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A randomized, double-blind, placebo-controlled trial of preemptive analgesia with bupivacaine in patients undergoing mastectomy for carcinoma of the breast

Jacek Zielinski, Radoslaw Jaworski, Irmina Smietanska, Ninela Irga, Maria Wujtewicz, Janusz Jaskiewicz

Med Sci Monit 2011; 17(10): CR589-597

DOI: 10.12659/MSM.881986

Published: 2011-10-01


Background:    In this prospective, randomized, placebo-controlled, double-blinded clinical trial we tested the hypothesis that preemptive analgesia with bupivacaine applied in the area of the surgical incision in patients undergoing mastectomy for breast cancer would reduce post-operative acute pain and would reduce the amount of analgesics used during surgery and in the post-operative period.
    Material/Methods:    Participants were assigned into 1of 2 groups – with bupivacaine applied in the area of surgical incision or with placebo. We assessed the intraoperative consumption of fentanyl, the postoperative consumption of morphine delivered using a PCA method, and the subjective pain intensity according to VAS score reported by patients in the early post-operative period.
    Results:    Out of 121 consecutive cases qualified for mastectomy, 112 women were allocated randomly to 1 of 2 groups – group A (bupivacaine) and group B (placebo). The final study group comprised 106 breast cancer cases. Between the groups, a statistically significant difference was observed with respect to: lower fentanyl consumption during surgery (p=0.011), lower morphine (delivered by means of a PCA) consumption between the 4–12th postoperative hours (p=0.02) and significantly lower pain intensity assessed according to VAS score at the 4th and 12th hours after surgery (p=0.004 and p=0.02 respectively) for the group A patients.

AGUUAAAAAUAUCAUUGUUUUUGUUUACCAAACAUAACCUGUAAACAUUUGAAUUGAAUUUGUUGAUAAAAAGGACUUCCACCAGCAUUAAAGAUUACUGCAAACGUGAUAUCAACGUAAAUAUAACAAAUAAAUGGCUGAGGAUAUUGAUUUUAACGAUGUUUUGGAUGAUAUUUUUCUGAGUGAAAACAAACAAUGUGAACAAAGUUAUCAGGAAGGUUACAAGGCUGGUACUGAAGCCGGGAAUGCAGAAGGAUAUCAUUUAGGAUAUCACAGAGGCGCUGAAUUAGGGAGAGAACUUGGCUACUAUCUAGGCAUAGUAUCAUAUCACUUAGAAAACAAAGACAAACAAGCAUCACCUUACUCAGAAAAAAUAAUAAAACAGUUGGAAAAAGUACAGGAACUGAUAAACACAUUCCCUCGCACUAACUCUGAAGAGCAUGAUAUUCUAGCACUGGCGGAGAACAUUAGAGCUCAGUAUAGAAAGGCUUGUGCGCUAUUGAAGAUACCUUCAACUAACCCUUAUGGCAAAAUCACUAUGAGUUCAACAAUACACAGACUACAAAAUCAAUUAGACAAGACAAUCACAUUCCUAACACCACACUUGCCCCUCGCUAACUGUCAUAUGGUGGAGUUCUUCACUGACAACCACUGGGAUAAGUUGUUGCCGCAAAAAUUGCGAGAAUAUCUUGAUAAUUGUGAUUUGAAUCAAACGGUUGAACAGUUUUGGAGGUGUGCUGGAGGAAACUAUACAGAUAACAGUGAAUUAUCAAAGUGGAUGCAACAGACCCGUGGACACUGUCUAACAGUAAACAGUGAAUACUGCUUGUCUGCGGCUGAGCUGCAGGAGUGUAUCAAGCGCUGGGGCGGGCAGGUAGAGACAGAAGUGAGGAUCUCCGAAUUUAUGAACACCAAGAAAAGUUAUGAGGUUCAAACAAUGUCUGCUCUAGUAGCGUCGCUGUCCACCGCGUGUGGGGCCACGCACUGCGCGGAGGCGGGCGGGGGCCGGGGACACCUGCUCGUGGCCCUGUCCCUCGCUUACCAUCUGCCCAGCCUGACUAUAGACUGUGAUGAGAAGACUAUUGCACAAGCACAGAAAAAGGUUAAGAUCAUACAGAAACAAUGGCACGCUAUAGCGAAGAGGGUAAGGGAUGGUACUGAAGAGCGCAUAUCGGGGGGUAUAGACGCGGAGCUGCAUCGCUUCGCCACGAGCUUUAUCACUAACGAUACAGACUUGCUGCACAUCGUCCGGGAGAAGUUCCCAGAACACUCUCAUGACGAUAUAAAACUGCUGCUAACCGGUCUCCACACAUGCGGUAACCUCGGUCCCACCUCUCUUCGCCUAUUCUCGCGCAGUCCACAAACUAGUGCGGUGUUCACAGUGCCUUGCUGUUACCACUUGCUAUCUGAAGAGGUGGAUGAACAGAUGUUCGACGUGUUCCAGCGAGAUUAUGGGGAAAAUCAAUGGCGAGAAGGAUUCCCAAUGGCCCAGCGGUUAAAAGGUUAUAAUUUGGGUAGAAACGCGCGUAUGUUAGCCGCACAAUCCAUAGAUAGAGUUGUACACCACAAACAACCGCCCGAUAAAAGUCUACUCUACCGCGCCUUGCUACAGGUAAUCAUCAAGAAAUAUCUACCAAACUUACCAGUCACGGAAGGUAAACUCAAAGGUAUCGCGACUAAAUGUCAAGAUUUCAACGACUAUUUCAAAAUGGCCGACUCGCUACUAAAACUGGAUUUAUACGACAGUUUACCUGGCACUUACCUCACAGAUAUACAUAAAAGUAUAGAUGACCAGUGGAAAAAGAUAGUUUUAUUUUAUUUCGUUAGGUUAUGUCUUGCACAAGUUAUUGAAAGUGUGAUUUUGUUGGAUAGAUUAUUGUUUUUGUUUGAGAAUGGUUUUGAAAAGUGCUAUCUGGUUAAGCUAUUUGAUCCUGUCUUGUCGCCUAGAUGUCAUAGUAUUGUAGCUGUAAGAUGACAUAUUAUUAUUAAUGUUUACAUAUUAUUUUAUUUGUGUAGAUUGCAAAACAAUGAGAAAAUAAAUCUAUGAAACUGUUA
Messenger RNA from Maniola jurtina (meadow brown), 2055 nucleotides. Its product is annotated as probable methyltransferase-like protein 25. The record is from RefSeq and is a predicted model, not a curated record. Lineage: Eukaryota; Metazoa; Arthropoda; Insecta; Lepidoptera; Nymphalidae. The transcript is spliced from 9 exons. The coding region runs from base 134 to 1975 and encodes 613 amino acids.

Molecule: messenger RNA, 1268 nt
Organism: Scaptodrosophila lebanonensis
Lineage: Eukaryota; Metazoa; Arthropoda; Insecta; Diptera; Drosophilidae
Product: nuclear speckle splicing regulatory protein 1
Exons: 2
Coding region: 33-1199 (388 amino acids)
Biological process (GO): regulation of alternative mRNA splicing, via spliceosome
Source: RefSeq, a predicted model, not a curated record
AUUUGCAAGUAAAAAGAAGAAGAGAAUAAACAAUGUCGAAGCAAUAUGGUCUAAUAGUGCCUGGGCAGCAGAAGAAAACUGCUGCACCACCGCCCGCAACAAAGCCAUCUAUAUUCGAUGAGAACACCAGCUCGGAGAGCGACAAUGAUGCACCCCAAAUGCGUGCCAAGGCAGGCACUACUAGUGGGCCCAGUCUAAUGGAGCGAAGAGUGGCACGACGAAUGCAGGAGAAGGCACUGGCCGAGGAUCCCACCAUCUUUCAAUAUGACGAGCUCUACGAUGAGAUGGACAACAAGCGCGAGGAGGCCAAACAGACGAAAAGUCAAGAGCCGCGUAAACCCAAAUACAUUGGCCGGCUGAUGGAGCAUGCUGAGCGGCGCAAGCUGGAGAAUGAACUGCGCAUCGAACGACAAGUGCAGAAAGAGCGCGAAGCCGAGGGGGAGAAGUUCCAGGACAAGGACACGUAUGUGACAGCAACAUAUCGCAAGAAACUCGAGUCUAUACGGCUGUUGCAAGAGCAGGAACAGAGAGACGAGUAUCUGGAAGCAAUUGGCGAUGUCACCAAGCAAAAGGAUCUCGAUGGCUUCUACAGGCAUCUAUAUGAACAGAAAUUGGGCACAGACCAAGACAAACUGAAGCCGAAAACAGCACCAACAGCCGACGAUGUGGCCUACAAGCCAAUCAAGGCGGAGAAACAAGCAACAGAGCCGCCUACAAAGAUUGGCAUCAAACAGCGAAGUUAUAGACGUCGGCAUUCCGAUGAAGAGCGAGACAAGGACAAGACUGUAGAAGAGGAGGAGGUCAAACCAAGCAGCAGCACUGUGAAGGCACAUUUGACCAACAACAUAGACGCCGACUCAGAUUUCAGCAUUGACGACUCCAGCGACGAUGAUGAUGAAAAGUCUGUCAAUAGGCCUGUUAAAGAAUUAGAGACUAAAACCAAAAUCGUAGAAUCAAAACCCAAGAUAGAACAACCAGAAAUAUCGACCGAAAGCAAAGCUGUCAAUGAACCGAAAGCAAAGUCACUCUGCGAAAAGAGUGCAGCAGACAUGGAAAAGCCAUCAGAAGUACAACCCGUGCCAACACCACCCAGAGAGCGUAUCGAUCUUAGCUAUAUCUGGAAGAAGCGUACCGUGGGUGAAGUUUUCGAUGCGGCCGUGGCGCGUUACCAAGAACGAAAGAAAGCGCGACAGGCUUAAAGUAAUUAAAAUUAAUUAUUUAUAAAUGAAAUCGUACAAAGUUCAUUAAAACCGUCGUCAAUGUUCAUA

Conclusions:    Preemptive analgesia application in the form of infiltration of the area of planned surgical incisions with bupivacaine in breast cancer patients undergoing mastectomy decreases post-operative pain sensation, limits the amount of fentanyl used during surgery, and reduces the demand for opiates in the hours soon after surgery.

Keywords: Morphine - administration & dosage, Mastectomy - methods, Humans, Fentanyl - administration & dosage, Female, Double-Blind Method, Carcinoma - surgery, Bupivacaine - therapeutic use, Breast Neoplasms - surgery, Anesthetics, Local - therapeutic use, Analgesia, Patient-Controlled - statistics & numerical data, Pain Measurement, Pain, Postoperative - prevention & control, Preoperative Care - methods, Prospective Studies



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